More than 30 years on, the site of the 1986 Chernobyl nuclear disaster is safe enough for humans to visit again, albeit briefly – but a recent forest fire has caused radiation to spike once more, up to 16 times higher than typical levels in the area.
The problem is that these fires release radiation previously locked away in the soil, leaves and wood of the forests around the 30-kilometre (19-mile) Chernobyl exclusion zone. While for short periods it has become relatively safe to wander around these forests again, that changes dramatically when a fire starts.
According to a report from AP, a fire was started near the village of Volodymyrivka on Saturday 4 April, eventually spreading to cover more than 100 hectares (nearly 250 acres). Even worse, it looks like the fire was started deliberately.
Two separate blazes were still going on Monday, after more than 100 emergency firefighters had been called to the scene. Planes and a helicopter were also called in to provide water drops.
Readings taken near the centre of the fire showed a microsievert per hour (μSv/h) reading of 2.3, way up from the 0.14 level that would normally be expected here. The maximum safe level for humans is 0.5 μSv/h.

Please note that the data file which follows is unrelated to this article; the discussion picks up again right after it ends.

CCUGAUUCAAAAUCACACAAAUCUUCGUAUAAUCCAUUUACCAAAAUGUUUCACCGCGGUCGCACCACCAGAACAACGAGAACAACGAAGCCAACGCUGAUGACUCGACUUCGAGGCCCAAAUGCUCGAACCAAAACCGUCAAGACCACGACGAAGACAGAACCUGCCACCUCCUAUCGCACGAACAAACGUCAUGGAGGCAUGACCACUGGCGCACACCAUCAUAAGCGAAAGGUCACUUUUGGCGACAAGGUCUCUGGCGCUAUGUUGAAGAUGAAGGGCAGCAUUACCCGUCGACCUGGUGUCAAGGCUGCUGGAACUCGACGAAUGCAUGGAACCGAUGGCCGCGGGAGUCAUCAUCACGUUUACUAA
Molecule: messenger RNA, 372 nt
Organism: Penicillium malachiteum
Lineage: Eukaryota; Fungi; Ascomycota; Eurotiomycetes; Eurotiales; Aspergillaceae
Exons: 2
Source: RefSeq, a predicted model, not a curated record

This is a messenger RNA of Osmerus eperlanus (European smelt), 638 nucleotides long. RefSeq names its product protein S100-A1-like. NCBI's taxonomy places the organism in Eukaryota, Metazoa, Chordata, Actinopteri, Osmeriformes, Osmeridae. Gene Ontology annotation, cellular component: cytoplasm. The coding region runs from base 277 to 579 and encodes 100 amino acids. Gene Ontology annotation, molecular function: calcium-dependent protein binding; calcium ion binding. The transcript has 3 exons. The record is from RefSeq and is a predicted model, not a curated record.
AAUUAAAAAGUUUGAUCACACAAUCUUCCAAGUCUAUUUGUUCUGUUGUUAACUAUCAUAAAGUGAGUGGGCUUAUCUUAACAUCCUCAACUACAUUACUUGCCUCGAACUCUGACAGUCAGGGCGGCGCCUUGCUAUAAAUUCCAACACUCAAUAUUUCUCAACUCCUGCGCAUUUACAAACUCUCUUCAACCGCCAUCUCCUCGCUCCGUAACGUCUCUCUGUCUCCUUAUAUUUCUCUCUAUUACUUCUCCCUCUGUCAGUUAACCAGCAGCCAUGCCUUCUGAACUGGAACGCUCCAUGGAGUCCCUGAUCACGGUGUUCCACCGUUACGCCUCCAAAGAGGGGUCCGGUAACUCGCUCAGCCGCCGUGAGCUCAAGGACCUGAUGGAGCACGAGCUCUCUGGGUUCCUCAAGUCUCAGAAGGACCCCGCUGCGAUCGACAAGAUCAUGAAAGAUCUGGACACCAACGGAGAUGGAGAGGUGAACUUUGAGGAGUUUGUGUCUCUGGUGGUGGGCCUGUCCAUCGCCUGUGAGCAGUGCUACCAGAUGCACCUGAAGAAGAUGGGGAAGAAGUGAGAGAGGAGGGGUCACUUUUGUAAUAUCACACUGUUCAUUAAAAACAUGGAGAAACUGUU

The devastation has been extensive, and a lot of radioactive isotopes have been released as a result. However, Ukrainian authorities were keen to stress that surrounding neighbourhoods further away from the fire were safe.
It is safe to go outside and open windows in the city of Kiev, some 100 kilometres (62 miles) away from the original power plant site, according to Yegor Firsov, head of the ecological inspection service in Ukraine.
Experts have been warning about the dangers of forest fires around Chernobyl for several years now, and officials are calling for stronger restrictions for accessing the area and harsher fines for those who attempt arson.
With or without direct human help though, fires like this are common in the region that surrounds the former disaster site.
Rising temperatures caused by climate change mean the vegetation is drying out, while decay rates appear to be lower, too – perhaps due to the radiation killing off insects and microorganisms that would usually assist in the breakdown of old organic matter.
The plant life that’s growing throughout the Chernobyl exclusion zone isn’t affected by radiation in the same way that animal life is, thanks to its different and more adaptable biological structure. Plants can replace dead cells and tissue much more easily than animals can.